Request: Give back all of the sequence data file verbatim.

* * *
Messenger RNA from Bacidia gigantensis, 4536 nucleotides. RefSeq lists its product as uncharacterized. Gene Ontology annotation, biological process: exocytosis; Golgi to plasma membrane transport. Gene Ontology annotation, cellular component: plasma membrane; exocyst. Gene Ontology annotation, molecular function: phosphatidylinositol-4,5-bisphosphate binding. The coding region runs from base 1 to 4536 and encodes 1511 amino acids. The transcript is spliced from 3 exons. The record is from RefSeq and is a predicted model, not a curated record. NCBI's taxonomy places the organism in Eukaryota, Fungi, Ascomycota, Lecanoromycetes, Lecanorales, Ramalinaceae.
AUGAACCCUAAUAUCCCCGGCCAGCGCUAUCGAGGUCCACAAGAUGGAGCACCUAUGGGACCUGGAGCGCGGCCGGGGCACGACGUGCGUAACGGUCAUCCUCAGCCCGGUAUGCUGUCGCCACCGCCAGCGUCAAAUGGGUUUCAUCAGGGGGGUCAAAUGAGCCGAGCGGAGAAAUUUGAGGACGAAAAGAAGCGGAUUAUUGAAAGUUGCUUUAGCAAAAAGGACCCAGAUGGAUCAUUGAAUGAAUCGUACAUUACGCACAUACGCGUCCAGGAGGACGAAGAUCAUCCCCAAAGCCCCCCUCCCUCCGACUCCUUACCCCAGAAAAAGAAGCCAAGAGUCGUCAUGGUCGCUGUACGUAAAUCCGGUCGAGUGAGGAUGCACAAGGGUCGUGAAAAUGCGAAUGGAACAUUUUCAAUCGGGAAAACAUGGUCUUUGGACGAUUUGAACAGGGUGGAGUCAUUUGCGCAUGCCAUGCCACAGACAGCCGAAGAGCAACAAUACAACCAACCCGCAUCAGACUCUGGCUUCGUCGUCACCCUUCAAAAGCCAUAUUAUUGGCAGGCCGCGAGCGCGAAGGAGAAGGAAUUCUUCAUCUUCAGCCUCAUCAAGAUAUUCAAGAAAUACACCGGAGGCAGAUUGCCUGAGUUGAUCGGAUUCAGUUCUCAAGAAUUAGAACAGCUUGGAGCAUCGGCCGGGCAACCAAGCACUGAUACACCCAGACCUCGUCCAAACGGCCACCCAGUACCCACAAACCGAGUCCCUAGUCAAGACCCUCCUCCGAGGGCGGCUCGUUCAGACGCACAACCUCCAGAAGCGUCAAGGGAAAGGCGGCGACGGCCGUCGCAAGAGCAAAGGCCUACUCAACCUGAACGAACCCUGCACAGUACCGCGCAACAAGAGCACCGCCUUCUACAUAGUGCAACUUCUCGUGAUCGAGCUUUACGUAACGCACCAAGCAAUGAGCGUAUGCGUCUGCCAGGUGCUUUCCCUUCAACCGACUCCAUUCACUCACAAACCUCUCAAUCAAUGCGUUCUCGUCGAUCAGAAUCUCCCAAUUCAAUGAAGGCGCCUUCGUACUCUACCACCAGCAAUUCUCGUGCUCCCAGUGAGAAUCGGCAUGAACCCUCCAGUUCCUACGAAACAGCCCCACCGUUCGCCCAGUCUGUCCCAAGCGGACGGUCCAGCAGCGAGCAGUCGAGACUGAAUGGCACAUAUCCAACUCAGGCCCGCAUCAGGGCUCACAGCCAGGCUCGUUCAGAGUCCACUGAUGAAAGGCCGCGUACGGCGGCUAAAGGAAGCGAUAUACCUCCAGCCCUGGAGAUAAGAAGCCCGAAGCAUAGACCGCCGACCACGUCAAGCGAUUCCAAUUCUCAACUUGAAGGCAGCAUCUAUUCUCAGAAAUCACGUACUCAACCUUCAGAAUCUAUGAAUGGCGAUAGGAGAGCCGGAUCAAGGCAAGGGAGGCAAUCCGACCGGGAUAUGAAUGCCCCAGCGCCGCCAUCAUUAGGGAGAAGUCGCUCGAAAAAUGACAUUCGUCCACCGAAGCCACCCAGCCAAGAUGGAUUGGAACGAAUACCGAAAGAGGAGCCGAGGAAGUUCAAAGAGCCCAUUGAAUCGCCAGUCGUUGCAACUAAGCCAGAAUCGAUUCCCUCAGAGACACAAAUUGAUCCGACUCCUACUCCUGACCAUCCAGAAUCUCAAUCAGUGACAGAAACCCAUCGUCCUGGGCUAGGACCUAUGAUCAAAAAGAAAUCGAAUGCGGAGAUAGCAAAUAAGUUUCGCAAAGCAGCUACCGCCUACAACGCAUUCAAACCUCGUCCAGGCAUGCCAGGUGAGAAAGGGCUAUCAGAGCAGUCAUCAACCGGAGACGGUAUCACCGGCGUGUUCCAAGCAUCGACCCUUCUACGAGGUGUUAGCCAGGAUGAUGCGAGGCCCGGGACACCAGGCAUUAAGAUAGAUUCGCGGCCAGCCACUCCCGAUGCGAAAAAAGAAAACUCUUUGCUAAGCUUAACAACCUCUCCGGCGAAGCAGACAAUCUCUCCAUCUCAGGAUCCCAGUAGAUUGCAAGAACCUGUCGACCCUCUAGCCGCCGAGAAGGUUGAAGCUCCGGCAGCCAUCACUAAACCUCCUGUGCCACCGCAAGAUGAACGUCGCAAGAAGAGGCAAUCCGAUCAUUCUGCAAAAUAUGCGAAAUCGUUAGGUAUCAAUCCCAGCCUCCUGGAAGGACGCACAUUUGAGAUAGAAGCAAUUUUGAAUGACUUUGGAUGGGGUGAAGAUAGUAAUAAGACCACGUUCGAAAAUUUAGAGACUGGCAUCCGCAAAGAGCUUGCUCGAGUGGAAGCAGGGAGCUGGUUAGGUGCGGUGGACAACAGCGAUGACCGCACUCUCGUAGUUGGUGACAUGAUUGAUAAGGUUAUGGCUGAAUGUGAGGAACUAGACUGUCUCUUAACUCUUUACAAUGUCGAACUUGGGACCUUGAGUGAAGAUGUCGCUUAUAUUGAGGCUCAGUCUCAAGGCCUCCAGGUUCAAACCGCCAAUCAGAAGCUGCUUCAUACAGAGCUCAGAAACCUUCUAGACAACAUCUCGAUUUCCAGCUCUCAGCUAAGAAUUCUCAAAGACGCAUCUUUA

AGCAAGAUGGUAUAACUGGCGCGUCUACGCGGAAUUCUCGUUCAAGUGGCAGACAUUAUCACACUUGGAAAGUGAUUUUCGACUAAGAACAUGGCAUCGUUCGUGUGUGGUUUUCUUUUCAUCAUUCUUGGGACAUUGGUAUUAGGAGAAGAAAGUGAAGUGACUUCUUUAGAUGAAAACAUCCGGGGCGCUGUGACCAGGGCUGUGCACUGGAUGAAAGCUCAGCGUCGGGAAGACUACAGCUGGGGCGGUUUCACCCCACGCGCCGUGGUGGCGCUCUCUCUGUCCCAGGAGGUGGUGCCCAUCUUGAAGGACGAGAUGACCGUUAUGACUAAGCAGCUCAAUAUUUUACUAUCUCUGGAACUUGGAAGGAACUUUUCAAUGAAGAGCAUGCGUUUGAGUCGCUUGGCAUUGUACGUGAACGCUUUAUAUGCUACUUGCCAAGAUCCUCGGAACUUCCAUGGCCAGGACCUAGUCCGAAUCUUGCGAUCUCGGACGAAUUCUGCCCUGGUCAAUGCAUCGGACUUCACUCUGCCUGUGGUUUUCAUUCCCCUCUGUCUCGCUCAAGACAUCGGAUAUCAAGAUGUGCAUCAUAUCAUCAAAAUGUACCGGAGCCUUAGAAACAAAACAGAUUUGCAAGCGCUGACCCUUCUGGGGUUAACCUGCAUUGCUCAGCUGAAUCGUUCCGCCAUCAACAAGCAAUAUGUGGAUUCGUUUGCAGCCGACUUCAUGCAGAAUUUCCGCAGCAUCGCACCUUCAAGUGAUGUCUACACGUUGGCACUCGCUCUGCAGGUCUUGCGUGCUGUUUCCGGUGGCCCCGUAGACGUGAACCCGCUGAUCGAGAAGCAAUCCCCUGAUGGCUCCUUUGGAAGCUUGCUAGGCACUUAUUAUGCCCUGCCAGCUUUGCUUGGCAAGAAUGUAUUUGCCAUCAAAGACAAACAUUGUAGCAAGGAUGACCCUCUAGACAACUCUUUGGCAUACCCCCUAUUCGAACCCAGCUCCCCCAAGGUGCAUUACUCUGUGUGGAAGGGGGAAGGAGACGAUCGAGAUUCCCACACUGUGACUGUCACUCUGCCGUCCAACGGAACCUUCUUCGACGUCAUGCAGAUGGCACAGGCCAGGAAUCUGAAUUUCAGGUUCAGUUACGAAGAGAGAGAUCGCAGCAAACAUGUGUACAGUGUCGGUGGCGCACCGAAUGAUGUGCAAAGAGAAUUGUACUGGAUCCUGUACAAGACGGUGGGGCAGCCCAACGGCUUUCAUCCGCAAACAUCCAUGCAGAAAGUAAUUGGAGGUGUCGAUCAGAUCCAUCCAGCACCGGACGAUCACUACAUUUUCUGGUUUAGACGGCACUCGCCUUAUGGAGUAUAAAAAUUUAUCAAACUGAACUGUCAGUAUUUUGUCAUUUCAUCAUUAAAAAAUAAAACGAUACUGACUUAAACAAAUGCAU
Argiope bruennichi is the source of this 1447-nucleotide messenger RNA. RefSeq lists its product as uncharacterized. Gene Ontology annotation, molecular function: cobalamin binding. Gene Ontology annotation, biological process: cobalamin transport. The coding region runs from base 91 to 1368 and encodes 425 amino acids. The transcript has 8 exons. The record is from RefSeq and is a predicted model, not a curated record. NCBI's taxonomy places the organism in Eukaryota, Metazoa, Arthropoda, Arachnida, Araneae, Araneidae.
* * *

Messenger RNA from Bacidia gigantensis, 4536 nucleotides. RefSeq lists its product as uncharacterized. Gene Ontology annotation, biological process: exocytosis; Golgi to plasma membrane transport. Gene Ontology annotation, cellular component: plasma membrane; exocyst. Gene Ontology annotation, molecular function: phosphatidylinositol-4,5-bisphosphate binding. The coding region runs from base 1 to 4536 and encodes 1511 amino acids. The transcript is spliced from 3 exons. The record is from RefSeq and is a predicted model, not a curated record. NCBI's taxonomy places the organism in Eukaryota, Fungi, Ascomycota, Lecanoromycetes, Lecanorales, Ramalinaceae.
AUGAACCCUAAUAUCCCCGGCCAGCGCUAUCGAGGUCCACAAGAUGGAGCACCUAUGGGACCUGGAGCGCGGCCGGGGCACGACGUGCGUAACGGUCAUCCUCAGCCCGGUAUGCUGUCGCCACCGCCAGCGUCAAAUGGGUUUCAUCAGGGGGGUCAAAUGAGCCGAGCGGAGAAAUUUGAGGACGAAAAGAAGCGGAUUAUUGAAAGUUGCUUUAGCAAAAAGGACCCAGAUGGAUCAUUGAAUGAAUCGUACAUUACGCACAUACGCGUCCAGGAGGACGAAGAUCAUCCCCAAAGCCCCCCUCCCUCCGACUCCUUACCCCAGAAAAAGAAGCCAAGAGUCGUCAUGGUCGCUGUACGUAAAUCCGGUCGAGUGAGGAUGCACAAGGGUCGUGAAAAUGCGAAUGGAACAUUUUCAAUCGGGAAAACAUGGUCUUUGGACGAUUUGAACAGGGUGGAGUCAUUUGCGCAUGCCAUGCCACAGACAGCCGAAGAGCAACAAUACAACCAACCCGCAUCAGACUCUGGCUUCGUCGUCACCCUUCAAAAGCCAUAUUAUUGGCAGGCCGCGAGCGCGAAGGAGAAGGAAUUCUUCAUCUUCAGCCUCAUCAAGAUAUUCAAGAAAUACACCGGAGGCAGAUUGCCUGAGUUGAUCGGAUUCAGUUCUCAAGAAUUAGAACAGCUUGGAGCAUCGGCCGGGCAACCAAGCACUGAUACACCCAGACCUCGUCCAAACGGCCACCCAGUACCCACAAACCGAGUCCCUAGUCAAGACCCUCCUCCGAGGGCGGCUCGUUCAGACGCACAACCUCCAGAAGCGUCAAGGGAAAGGCGGCGACGGCCGUCGCAAGAGCAAAGGCCUACUCAACCUGAACGAACCCUGCACAGUACCGCGCAACAAGAGCACCGCCUUCUACAUAGUGCAACUUCUCGUGAUCGAGCUUUACGUAACGCACCAAGCAAUGAGCGUAUGCGUCUGCCAGGUGCUUUCCCUUCAACCGACUCCAUUCACUCACAAACCUCUCAAUCAAUGCGUUCUCGUCGAUCAGAAUCUCCCAAUUCAAUGAAGGCGCCUUCGUACUCUACCACCAGCAAUUCUCGUGCUCCCAGUGAGAAUCGGCAUGAACCCUCCAGUUCCUACGAAACAGCCCCACCGUUCGCCCAGUCUGUCCCAAGCGGACGGUCCAGCAGCGAGCAGUCGAGACUGAAUGGCACAUAUCCAACUCAGGCCCGCAUCAGGGCUCACAGCCAGGCUCGUUCAGAGUCCACUGAUGAAAGGCCGCGUACGGCGGCUAAAGGAAGCGAUAUACCUCCAGCCCUGGAGAUAAGAAGCCCGAAGCAUAGACCGCCGACCACGUCAAGCGAUUCCAAUUCUCAACUUGAAGGCAGCAUCUAUUCUCAGAAAUCACGUACUCAACCUUCAGAAUCUAUGAAUGGCGAUAGGAGAGCCGGAUCAAGGCAAGGGAGGCAAUCCGACCGGGAUAUGAAUGCCCCAGCGCCGCCAUCAUUAGGGAGAAGUCGCUCGAAAAAUGACAUUCGUCCACCGAAGCCACCCAGCCAAGAUGGAUUGGAACGAAUACCGAAAGAGGAGCCGAGGAAGUUCAAAGAGCCCAUUGAAUCGCCAGUCGUUGCAACUAAGCCAGAAUCGAUUCCCUCAGAGACACAAAUUGAUCCGACUCCUACUCCUGACCAUCCAGAAUCUCAAUCAGUGACAGAAACCCAUCGUCCUGGGCUAGGACCUAUGAUCAAAAAGAAAUCGAAUGCGGAGAUAGCAAAUAAGUUUCGCAAAGCAGCUACCGCCUACAACGCAUUCAAACCUCGUCCAGGCAUGCCAGGUGAGAAAGGGCUAUCAGAGCAGUCAUCAACCGGAGACGGUAUCACCGGCGUGUUCCAAGCAUCGACCCUUCUACGAGGUGUUAGCCAGGAUGAUGCGAGGCCCGGGACACCAGGCAUUAAGAUAGAUUCGCGGCCAGCCACUCCCGAUGCGAAAAAAGAAAACUCUUUGCUAAGCUUAACAACCUCUCCGGCGAAGCAGACAAUCUCUCCAUCUCAGGAUCCCAGUAGAUUGCAAGAACCUGUCGACCCUCUAGCCGCCGAGAAGGUUGAAGCUCCGGCAGCCAUCACUAAACCUCCUGUGCCACCGCAAGAUGAACGUCGCAAGAAGAGGCAAUCCGAUCAUUCUGCAAAAUAUGCGAAAUCGUUAGGUAUCAAUCCCAGCCUCCUGGAAGGACGCACAUUUGAGAUAGAAGCAAUUUUGAAUGACUUUGGAUGGGGUGAAGAUAGUAAUAAGACCACGUUCGAAAAUUUAGAGACUGGCAUCCGCAAAGAGCUUGCUCGAGUGGAAGCAGGGAGCUGGUUAGGUGCGGUGGACAACAGCGAUGACCGCACUCUCGUAGUUGGUGACAUGAUUGAUAAGGUUAUGGCUGAAUGUGAGGAACUAGACUGUCUCUUAACUCUUUACAAUGUCGAACUUGGGACCUUGAGUGAAGAUGUCGCUUAUAUUGAGGCUCAGUCUCAAGGCCUCCAGGUUCAAACCGCCAAUCAGAAGCUGCUUCAUACAGAGCUCAGAAACCUUCUAGACAACAUCUCGAUUUCCAGCUCUCAGCUAAGAAUUCUCAAAGACGCAUCUUUA

AGCAAGAUGGUAUAACUGGCGCGUCUACGCGGAAUUCUCGUUCAAGUGGCAGACAUUAUCACACUUGGAAAGUGAUUUUCGACUAAGAACAUGGCAUCGUUCGUGUGUGGUUUUCUUUUCAUCAUUCUUGGGACAUUGGUAUUAGGAGAAGAAAGUGAAGUGACUUCUUUAGAUGAAAACAUCCGGGGCGCUGUGACCAGGGCUGUGCACUGGAUGAAAGCUCAGCGUCGGGAAGACUACAGCUGGGGCGGUUUCACCCCACGCGCCGUGGUGGCGCUCUCUCUGUCCCAGGAGGUGGUGCCCAUCUUGAAGGACGAGAUGACCGUUAUGACUAAGCAGCUCAAUAUUUUACUAUCUCUGGAACUUGGAAGGAACUUUUCAAUGAAGAGCAUGCGUUUGAGUCGCUUGGCAUUGUACGUGAACGCUUUAUAUGCUACUUGCCAAGAUCCUCGGAACUUCCAUGGCCAGGACCUAGUCCGAAUCUUGCGAUCUCGGACGAAUUCUGCCCUGGUCAAUGCAUCGGACUUCACUCUGCCUGUGGUUUUCAUUCCCCUCUGUCUCGCUCAAGACAUCGGAUAUCAAGAUGUGCAUCAUAUCAUCAAAAUGUACCGGAGCCUUAGAAACAAAACAGAUUUGCAAGCGCUGACCCUUCUGGGGUUAACCUGCAUUGCUCAGCUGAAUCGUUCCGCCAUCAACAAGCAAUAUGUGGAUUCGUUUGCAGCCGACUUCAUGCAGAAUUUCCGCAGCAUCGCACCUUCAAGUGAUGUCUACACGUUGGCACUCGCUCUGCAGGUCUUGCGUGCUGUUUCCGGUGGCCCCGUAGACGUGAACCCGCUGAUCGAGAAGCAAUCCCCUGAUGGCUCCUUUGGAAGCUUGCUAGGCACUUAUUAUGCCCUGCCAGCUUUGCUUGGCAAGAAUGUAUUUGCCAUCAAAGACAAACAUUGUAGCAAGGAUGACCCUCUAGACAACUCUUUGGCAUACCCCCUAUUCGAACCCAGCUCCCCCAAGGUGCAUUACUCUGUGUGGAAGGGGGAAGGAGACGAUCGAGAUUCCCACACUGUGACUGUCACUCUGCCGUCCAACGGAACCUUCUUCGACGUCAUGCAGAUGGCACAGGCCAGGAAUCUGAAUUUCAGGUUCAGUUACGAAGAGAGAGAUCGCAGCAAACAUGUGUACAGUGUCGGUGGCGCACCGAAUGAUGUGCAAAGAGAAUUGUACUGGAUCCUGUACAAGACGGUGGGGCAGCCCAACGGCUUUCAUCCGCAAACAUCCAUGCAGAAAGUAAUUGGAGGUGUCGAUCAGAUCCAUCCAGCACCGGACGAUCACUACAUUUUCUGGUUUAGACGGCACUCGCCUUAUGGAGUAUAAAAAUUUAUCAAACUGAACUGUCAGUAUUUUGUCAUUUCAUCAUUAAAAAAUAAAACGAUACUGACUUAAACAAAUGCAU
Argiope bruennichi is the source of this 1447-nucleotide messenger RNA. RefSeq lists its product as uncharacterized. Gene Ontology annotation, molecular function: cobalamin binding. Gene Ontology annotation, biological process: cobalamin transport. The coding region runs from base 91 to 1368 and encodes 425 amino acids. The transcript has 8 exons. The record is from RefSeq and is a predicted model, not a curated record. NCBI's taxonomy places the organism in Eukaryota, Metazoa, Arthropoda, Arachnida, Araneae, Araneidae.